Though largely pleasant in her innocence as Aurora, Elle Fanning (We Bought a Zoo) is also slightly annoying in her bright and bushy excitement over her so-called fairy godmother Maleficent. Due to the piecemeal dialogue, magical narration, and time jumps snippets, we don’t get a chance to fully know Aurora, and no real motivations seems to dictate her hanging with Maleficent and the whole fairy gang. The audience can’t appreciate her parental revelation or cursly betrayals because the haste to the spinning wheel never gives us time to digest her side of the tale. Granted, Maleficent is about Maleficent, but the pricking of the finger was more suspenseful and dramatic in the 1959 animation and Aurora has very little weight as a catalyst supporting part. The writers feel stuck with the character and she isn’t treated as anything that special – even to Maleficent half of the time. Is she the daughter that Maleficent should have had with King Stefan? Groundbreaking potential here is either vaguely tacked on or missed completely – again thanks to the over reliance on slow motion pans, zooms, and battles over conversation.

Wonderfully absentminded fairies turned clueless old ladies Imelda Staunton (Harry Potter), Juno Temple (Atonement), and Lesley Manville (Another Year) should have been the only amusing, whimsical, comedy relief in Maleficent. Unfortunately, it feels like Knotgrass, Thistlewit, and Flittle are barely there, shoehorned in to be upset about Aurora eventually leaving or unhappy at their sacrificing in a forested hovel as needed. Outside of a few brief scenes, we never really see either displeasure – Maleficent seems to cut away almost as if fanciful song and dance numbers have been excised after the fact. A film named after the misunderstood anti-hero should not feel like it is about to burst into song. Likewise, further dimension from Sharlto Copley (District 9) as King Stefan seems diminished in the editing room – another opportunity for a superior character reversal wasted in Maleficent. Stefan grows deservedly crazy over his cruel ambitions, and without Disney at the helm, this corrupt king could have been shaped into a superb villain equal to Maleficent in full on, historical creepy fashion ala Snow White: A Tale of Terror. Adding to the male inferiority is Brenton Thwaites (Gods of Egypt) as a rather dorky and I dare say unnecessary Prince Philip. Sam Riley’s Diaval ingenius should have been fully realized instead, but most of the support seems to be written as if serviceable would suffice. Maleficent is without a doubt Jolie’s vehicle to carry, but with the right polish, the ready and waiting ensemble could have done much more to define the film.

Maleficent is of course overly steeped in computer imagery. It’s supposed to look awe inspiring – and some of the world is unique to the Sleeping Beauty designs – but the majority of the visual effects look like every other standard CGI treatment we now all but continuously see in most blockbusters. Magic trees defending against anonymous knight armies make for tough to see blurry action and a lot of in your face messy. Thankfully, picturesque flying scenery, mystical smoke, magic thorns, and flame effects accent the naturally designed Moors and medieval castle works. It’s a little frustrating that even would be plain scenes of nothing more than people talking have an obvious fantasy patina and airbrushed saturation to them, but princessy costumes and hennins make for more tangible, recognizable storybook aspects alongside golden cottages and winterscapes. The green glow of Maleficent’s powers also illume Jolie’s face in several scenes and create a beautiful and intimidating harkening to the cartoon vintage. If nothing else, Maleficent is a colorful picture that still has a cool dragon and a superb update of “Once Upon a Dream” from Lana Del Rey. However, I do wish the movie had used the new rendition’s sense of stalker brood as a Tchaikovsky anchor or humming familiarity to unify the picture instead of just sticking the single over the end credits.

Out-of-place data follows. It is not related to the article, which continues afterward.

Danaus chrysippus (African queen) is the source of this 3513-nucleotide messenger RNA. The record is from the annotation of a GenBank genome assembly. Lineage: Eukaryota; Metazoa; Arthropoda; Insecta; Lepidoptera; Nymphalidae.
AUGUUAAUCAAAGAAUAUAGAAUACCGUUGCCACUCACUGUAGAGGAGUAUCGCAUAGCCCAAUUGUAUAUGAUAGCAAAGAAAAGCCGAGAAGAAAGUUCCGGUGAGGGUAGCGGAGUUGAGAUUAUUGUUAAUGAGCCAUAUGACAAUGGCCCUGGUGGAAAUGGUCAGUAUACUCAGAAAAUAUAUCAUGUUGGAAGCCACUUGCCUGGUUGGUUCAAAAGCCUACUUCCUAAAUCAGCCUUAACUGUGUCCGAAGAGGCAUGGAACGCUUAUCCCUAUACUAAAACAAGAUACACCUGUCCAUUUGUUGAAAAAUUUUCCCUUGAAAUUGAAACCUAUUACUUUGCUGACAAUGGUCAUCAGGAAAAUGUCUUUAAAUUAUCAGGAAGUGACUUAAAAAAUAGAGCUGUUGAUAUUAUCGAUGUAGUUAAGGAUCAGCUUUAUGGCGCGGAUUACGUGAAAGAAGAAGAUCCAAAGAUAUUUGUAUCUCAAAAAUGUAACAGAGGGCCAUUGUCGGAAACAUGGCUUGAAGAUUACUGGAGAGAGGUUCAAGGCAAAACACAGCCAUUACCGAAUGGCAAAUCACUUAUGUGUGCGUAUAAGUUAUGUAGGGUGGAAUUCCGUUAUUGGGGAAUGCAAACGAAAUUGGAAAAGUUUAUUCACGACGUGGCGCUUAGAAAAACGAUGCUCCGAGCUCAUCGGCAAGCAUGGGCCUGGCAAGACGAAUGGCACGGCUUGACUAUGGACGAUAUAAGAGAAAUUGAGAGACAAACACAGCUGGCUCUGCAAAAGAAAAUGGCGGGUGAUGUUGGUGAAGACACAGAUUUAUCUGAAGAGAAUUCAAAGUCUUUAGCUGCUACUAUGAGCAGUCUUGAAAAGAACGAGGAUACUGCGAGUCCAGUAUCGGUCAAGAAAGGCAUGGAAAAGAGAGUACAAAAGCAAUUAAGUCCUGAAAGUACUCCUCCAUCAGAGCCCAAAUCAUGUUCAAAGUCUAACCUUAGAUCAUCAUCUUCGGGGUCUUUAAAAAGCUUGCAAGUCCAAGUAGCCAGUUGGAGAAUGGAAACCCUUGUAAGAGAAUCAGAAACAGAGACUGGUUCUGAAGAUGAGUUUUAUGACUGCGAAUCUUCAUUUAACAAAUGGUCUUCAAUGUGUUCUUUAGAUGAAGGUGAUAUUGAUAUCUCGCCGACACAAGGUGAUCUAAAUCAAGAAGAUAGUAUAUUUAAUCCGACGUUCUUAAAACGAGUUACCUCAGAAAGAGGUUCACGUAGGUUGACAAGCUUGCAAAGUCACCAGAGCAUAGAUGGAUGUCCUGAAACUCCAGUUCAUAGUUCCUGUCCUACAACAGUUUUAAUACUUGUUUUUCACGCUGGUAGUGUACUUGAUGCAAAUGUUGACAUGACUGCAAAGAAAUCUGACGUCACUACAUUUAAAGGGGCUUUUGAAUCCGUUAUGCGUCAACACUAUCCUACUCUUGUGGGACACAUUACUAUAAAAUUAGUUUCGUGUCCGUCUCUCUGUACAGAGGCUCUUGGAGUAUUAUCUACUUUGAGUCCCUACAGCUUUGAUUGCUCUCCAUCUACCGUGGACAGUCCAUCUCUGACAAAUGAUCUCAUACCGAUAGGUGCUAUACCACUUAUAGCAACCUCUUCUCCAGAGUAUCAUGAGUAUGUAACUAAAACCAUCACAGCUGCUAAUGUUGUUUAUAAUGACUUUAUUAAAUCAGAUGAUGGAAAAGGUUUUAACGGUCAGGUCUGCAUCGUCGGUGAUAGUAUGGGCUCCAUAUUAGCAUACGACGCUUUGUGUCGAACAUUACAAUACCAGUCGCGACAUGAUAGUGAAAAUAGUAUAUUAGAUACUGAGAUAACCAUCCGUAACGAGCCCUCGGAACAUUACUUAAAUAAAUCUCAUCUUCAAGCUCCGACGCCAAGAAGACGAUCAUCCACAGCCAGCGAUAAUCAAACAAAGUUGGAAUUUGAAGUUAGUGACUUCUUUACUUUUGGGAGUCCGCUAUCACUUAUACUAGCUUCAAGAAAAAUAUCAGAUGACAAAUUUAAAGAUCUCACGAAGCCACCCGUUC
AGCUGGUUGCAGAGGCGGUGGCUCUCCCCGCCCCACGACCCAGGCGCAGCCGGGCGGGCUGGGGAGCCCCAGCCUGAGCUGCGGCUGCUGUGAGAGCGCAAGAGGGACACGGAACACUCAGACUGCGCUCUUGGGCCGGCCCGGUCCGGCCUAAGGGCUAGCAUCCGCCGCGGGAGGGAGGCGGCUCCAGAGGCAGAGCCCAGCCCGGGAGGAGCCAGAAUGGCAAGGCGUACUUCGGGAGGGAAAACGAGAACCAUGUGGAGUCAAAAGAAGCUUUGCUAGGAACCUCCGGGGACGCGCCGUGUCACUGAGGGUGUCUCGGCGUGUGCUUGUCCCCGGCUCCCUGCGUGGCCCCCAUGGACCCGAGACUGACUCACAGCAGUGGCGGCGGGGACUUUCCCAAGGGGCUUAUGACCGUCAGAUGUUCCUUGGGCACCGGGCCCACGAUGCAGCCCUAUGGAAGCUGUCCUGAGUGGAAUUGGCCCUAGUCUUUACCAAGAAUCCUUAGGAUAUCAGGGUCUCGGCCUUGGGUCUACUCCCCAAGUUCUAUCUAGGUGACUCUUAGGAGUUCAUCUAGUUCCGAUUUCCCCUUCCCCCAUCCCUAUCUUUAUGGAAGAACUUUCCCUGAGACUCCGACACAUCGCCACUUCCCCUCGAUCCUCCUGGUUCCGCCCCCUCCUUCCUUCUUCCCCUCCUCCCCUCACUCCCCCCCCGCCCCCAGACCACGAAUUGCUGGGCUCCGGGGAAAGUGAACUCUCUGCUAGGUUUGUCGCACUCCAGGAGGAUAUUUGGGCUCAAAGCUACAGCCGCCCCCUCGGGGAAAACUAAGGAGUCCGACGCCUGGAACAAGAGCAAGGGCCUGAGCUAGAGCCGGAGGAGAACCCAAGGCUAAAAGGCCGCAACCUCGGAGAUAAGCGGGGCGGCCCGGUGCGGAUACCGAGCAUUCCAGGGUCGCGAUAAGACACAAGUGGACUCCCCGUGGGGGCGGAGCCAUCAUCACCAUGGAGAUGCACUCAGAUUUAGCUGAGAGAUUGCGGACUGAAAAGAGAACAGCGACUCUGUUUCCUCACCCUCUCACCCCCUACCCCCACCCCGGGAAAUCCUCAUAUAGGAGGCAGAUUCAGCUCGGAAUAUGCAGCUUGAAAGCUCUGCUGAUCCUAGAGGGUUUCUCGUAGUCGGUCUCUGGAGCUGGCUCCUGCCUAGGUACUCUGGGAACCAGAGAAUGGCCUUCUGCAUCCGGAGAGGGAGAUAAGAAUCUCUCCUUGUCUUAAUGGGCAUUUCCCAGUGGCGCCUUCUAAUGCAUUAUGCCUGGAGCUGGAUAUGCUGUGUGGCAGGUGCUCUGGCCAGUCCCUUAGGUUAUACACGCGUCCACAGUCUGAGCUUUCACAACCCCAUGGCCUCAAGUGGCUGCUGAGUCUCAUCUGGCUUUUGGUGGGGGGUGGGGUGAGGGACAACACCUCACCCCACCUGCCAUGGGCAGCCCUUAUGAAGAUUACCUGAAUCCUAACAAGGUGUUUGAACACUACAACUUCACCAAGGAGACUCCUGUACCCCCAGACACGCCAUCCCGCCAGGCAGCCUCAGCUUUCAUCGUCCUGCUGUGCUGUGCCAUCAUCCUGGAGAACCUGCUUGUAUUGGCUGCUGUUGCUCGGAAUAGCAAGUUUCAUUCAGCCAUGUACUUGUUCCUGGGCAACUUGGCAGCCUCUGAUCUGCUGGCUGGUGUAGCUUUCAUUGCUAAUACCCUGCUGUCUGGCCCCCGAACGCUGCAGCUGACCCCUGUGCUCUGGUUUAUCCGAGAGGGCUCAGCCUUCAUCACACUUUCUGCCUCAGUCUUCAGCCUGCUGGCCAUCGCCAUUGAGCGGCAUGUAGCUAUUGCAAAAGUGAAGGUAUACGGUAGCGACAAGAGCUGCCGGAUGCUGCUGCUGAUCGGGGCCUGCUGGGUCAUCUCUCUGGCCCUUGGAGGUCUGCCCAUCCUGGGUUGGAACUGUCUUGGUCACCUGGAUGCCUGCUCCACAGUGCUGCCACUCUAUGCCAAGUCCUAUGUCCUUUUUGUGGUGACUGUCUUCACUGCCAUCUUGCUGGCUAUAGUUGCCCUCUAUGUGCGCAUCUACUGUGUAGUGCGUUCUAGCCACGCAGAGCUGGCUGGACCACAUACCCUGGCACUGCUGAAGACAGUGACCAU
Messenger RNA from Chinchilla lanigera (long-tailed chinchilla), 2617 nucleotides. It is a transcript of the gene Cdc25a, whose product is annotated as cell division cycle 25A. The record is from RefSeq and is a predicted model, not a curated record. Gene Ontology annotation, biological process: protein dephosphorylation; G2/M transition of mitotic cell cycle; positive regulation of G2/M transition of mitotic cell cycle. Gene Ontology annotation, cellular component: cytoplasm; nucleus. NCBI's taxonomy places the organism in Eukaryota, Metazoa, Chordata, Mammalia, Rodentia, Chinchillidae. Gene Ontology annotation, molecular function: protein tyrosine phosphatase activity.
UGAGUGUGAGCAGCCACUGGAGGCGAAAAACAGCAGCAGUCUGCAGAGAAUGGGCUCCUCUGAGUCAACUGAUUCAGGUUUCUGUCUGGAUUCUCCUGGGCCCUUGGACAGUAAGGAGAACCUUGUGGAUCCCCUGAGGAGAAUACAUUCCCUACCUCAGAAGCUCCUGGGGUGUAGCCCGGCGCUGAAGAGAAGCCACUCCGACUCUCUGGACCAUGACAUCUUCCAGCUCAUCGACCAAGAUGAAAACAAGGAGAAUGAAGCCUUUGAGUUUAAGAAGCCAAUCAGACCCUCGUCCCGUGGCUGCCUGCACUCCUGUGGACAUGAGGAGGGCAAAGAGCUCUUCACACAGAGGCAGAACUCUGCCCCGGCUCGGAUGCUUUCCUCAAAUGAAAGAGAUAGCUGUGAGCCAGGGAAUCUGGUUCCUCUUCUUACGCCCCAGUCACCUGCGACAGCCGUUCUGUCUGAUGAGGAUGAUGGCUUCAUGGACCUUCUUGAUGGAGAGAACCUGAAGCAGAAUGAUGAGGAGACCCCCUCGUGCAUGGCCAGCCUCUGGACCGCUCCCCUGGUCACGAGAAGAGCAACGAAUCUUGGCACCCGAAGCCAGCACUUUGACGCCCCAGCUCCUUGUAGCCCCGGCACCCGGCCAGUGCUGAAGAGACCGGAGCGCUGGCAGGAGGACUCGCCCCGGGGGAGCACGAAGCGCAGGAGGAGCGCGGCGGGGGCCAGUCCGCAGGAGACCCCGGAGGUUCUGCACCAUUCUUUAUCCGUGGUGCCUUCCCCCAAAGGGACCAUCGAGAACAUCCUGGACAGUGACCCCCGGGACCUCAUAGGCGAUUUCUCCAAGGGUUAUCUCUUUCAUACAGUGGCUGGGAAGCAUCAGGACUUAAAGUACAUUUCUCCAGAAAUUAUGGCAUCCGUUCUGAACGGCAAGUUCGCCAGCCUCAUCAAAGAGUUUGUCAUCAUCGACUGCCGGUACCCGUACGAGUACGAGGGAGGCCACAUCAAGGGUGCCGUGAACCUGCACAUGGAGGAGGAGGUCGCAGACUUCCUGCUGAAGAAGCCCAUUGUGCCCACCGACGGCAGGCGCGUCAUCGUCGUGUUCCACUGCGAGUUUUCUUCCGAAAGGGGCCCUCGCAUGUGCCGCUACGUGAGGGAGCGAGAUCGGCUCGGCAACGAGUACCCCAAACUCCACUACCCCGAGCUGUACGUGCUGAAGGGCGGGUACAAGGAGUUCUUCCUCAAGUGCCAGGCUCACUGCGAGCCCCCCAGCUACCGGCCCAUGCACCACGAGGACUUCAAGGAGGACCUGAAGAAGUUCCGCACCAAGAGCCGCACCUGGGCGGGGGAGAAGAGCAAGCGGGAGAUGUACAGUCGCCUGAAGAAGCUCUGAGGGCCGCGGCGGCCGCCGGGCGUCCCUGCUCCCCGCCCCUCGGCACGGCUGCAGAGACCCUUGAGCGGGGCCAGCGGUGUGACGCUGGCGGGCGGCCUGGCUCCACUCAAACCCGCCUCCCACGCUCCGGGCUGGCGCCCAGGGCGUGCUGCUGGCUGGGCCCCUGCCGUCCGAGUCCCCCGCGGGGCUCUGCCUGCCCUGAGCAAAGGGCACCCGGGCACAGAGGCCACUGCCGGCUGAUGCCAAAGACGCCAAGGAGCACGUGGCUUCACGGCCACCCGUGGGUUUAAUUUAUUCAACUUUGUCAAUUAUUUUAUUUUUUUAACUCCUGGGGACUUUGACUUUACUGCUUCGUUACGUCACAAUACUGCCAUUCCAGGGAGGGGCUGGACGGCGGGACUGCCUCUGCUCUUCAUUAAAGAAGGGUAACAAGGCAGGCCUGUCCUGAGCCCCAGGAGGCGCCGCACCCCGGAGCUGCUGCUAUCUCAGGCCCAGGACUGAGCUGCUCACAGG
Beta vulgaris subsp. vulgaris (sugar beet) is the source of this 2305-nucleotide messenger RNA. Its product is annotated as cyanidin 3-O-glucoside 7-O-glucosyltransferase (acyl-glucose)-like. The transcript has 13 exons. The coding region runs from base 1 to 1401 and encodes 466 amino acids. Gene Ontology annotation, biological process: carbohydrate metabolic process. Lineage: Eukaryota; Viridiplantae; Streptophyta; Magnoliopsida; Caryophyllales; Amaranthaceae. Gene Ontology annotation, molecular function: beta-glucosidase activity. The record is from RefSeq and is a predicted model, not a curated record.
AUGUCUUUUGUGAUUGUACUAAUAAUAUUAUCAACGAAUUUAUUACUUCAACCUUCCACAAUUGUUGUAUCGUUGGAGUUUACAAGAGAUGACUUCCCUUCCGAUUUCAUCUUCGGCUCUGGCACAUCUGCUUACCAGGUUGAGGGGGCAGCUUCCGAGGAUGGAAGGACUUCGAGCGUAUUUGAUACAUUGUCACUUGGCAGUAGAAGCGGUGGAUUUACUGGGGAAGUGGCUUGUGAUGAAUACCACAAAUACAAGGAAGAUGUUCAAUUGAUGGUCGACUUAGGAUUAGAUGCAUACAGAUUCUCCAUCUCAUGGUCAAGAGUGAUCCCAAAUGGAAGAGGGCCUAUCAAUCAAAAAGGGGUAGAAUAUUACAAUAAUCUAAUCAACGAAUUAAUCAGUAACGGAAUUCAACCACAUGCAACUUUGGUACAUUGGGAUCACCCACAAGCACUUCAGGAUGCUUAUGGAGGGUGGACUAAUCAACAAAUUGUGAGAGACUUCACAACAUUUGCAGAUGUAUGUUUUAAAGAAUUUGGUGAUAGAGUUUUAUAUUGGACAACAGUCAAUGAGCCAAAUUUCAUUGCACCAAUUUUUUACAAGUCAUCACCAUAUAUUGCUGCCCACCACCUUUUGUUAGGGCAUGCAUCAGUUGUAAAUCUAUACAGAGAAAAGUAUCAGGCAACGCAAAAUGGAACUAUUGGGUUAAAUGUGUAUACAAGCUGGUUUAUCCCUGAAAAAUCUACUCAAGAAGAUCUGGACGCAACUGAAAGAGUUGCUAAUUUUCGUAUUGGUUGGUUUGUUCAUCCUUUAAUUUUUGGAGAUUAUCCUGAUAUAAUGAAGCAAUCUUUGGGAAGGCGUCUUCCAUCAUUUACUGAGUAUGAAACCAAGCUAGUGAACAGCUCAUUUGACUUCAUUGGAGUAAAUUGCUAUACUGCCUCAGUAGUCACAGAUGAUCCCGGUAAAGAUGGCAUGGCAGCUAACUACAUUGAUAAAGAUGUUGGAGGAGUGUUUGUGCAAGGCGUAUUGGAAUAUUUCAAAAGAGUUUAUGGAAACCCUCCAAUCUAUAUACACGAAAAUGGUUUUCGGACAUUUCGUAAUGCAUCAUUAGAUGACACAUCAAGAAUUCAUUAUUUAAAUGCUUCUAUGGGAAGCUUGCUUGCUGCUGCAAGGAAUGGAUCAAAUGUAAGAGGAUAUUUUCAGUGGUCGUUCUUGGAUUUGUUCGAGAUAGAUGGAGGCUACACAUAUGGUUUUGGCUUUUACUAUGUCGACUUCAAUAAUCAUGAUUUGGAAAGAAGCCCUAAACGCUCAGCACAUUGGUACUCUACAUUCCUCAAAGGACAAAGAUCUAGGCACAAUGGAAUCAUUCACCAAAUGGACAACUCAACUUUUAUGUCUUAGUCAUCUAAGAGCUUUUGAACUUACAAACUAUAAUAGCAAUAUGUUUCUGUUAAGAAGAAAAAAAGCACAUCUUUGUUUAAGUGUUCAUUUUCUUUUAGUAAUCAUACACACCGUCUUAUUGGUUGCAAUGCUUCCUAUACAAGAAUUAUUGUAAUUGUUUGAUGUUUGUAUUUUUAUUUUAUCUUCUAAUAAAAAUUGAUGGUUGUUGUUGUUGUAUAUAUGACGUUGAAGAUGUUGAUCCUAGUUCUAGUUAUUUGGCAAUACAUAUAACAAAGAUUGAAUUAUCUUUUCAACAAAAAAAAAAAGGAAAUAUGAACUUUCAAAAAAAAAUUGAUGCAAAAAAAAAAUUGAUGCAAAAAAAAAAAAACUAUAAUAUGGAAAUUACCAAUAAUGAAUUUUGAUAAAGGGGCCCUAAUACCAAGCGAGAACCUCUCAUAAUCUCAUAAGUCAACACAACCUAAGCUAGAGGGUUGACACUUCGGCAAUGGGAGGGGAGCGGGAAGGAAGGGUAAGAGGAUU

Naturally, the rental blu-ray of Maleficent is ridiculously laden with Disney in your face complete with internationally designed menus for mass distribution and abundant previews of every Disney property imaginable. What the heck will Disney call their releases once Diamond and Platinum are insufficient? Fortunately, the features seem to be intact with almost a half hour of behind the scenes and a handful of deleted scenes that should have remained within Maleficent to clarify character circumstances. Today, however, this small sampling of add ons doesn’t feel like enough, and ironically, Maleficent appears to have clipped its own wings in telling a fully realized tale from the villainous side in favor of the tried and true Disney quest for maximum money making mainstream safety. Did it succeed in rolling in global dough? Of course. Maleficent didn’t have to be super dark and scary, but it should have been more defined in what it wanted to do – haters may be scratching their heads over some of the direct to video caliber prequel haphazards here. I may be biased as it is my favorite and Maleficent is fun and fanciful with laughing moments for the kids and adult tolerability – but ultimately, the 1959 classic feels like a more satisfying tale. Will there be a two hour Director’s Cut of Maleficent any time soon?

There are some scares and violence in Maleficent that might upset little ones, but I don’t think it is worthy of the “dark fantasy” label it has received. Intriguing character strides and mythos changes remain too sunshiny, but fans of the cast, fantasy audiences, and fanciful ladies of all ages can overlook the uneven writing and directing flaws thanks to good to be bad twists and delightful performances.